When former Vermont coach Mike Gilligan thinks about two of his favorite former players, Lightning wing Marty St. Louis and Bruins goalie Tim Thomas, plenty of similarities between the two come to mind.
They are cut from the same competitive cloth: battlers who had to overcome the odds and "labor through a lot of organizations that weren't believing in them in the early going," Gilligan said.
It was that drive that helped St. Louis, 35, go from being undrafted to NHL MVP and Stanley Cup winner, and helped Thomas, 37, persevere through several seasons in the minors and in Europe before making it to the NHL at age 28 and turning into arguably the league's top goaltender.
"Both," Gilligan said, "have the hearts of lions."
St. Louis and Thomas have been good friends since starring for the Catamounts from 1993-97, but the stakes for a reunion have never been higher. The two meet in the Eastern Conference final beginning Saturday in Boston.
To Gilligan, the stage is fitting.
"It proves to a lot of young athletes and proves to a lot of guys that don't get a break," Gilligan said. "Both are great role models for fighting their way into things."
The way St. Louis and Thomas played in college, it's surprising to Gilligan they had to wait so long to get a shot in the NHL.
St. Louis was a three-time finalist for the Hobey Baker Award, given to college hockey's top player. He paired with former Lightning player Eric Perrin for a dynamic one-two punch.
"He was probably one of the top players I've ever seen in college," Gilligan said. "He sees the game like he was sitting in the stands looking down at the ice. He knows what plays to make all the time. You couple that with tremendous heart and work ethic, and it's quite a package.
"Whenever Marty touched the puck, everyone was on their feet because they just knew something was going to happen."
For Gilligan, it was hard keeping St. Louis off the ice. He said no one played more minutes in four years.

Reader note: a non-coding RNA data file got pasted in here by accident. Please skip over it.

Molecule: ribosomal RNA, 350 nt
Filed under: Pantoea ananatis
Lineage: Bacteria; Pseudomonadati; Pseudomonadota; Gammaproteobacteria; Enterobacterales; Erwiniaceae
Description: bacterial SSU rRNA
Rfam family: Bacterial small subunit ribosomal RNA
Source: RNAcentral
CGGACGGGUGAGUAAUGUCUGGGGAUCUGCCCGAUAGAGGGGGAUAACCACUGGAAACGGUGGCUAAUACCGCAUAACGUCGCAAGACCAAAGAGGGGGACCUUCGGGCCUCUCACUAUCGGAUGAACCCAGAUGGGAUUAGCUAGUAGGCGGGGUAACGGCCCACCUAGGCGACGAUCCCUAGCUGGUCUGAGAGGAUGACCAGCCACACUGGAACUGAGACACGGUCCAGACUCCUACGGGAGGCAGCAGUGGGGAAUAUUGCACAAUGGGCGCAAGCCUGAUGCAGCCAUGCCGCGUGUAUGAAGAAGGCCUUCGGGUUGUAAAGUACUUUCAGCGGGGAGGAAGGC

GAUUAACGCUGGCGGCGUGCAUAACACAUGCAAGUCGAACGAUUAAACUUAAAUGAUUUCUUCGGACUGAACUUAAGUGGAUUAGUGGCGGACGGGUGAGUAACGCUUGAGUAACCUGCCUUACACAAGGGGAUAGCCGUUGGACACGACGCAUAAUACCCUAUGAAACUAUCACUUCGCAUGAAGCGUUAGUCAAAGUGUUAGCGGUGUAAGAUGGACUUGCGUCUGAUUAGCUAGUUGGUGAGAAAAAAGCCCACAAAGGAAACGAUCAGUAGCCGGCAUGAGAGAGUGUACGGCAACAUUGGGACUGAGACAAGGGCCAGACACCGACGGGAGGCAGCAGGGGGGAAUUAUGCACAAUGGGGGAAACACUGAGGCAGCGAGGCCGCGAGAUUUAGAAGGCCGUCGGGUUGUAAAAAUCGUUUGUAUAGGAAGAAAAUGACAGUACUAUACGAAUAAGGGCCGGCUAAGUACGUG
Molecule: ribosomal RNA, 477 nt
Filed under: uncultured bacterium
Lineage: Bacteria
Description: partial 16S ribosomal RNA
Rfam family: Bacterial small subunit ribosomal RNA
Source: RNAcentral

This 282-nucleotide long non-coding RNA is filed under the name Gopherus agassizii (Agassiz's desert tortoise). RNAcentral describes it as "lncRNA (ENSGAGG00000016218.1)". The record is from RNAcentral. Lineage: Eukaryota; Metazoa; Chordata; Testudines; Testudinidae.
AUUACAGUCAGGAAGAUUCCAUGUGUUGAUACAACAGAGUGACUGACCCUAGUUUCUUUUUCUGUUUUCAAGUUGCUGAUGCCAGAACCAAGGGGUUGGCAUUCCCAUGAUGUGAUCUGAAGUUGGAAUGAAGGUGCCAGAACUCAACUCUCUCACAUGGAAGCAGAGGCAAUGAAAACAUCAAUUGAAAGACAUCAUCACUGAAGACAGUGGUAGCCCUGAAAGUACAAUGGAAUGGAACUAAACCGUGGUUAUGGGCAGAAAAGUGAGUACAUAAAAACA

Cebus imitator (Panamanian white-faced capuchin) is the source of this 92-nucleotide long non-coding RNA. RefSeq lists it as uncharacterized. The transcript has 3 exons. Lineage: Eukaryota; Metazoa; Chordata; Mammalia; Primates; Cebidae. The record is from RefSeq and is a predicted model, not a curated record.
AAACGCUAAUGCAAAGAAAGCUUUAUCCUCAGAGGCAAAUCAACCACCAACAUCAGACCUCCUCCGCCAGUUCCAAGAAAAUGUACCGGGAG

"He'd come to the bench sometime and I wouldn't even open the doors," Gilligan said. "Just let him rest and get back out there."
When the Catamounts slipped, Thomas was there to save them. He remains third all time in Division I career saves (3,950). Gilligan said Thomas was more "happy-go-lucky" than the serious St. Louis but in the net was a picture of intensity.
"Timmy's style has always been erratic, but centering around the puck and stopping it, he's just so tough," Gilligan said. "He'll take it off the helmet, the shoulder, he'll do anything to stop a shot."
Gilligan said the time of St. Louis and Thomas was the heyday of the Vermont program, a period that included its first Frozen Four appearance, 1996. "That four-year period, we could beat anybody," he said. "A lot of it had to do with those guys."
Gilligan was very surprised St. Louis went undrafted. "I made several calls to people I knew in the business," he said. "They said, 'Maybe if it was a Russian last name they would take a chance on him.' Just because of his lack of height (St. Louis is listed at 5 feet 8). A lot of people missed the boat on him."
St. Louis' career took off after he joined the Lightning in 2000 as a free agent, the peak so far being voted the 2004 league MVP and winning the Stanley Cup that year.
Thomas followed St. Louis from afar.
"It was pretty awesome being able to watch him when he won the Cup, and it's been awesome watching him on TV for a number of years," Thomas said. "These past few years, I've been able to join the party, so to speak."
Thomas spent several years in the minors and overseas, including four stints in Finland. He was in the Lightning's training camp before the 1999-2000 season. He didn't make his NHL debut until 2002 with the Bruins. He seized Boston's starting role in 2007 and won the Vezina Trophy as the league's top goaltender in 2009.
Thomas is a Vezina finalist again this year. St. Louis, after his sixth 30-goal season, is a finalist for league MVP.
"(Thomas) battled through it just like I did, and the success he had is well-earned," St. Louis said. "You have to admire that."
Gilligan said he will try to attend one of the first two East final games in Boston. In the arena, he likely will sit on his hands like he usually does when watching St. Louis and Thomas play, afraid to root for either.
"I grew up outside of Boston," Gilligan said. "But when Marty plays, I don't say a word."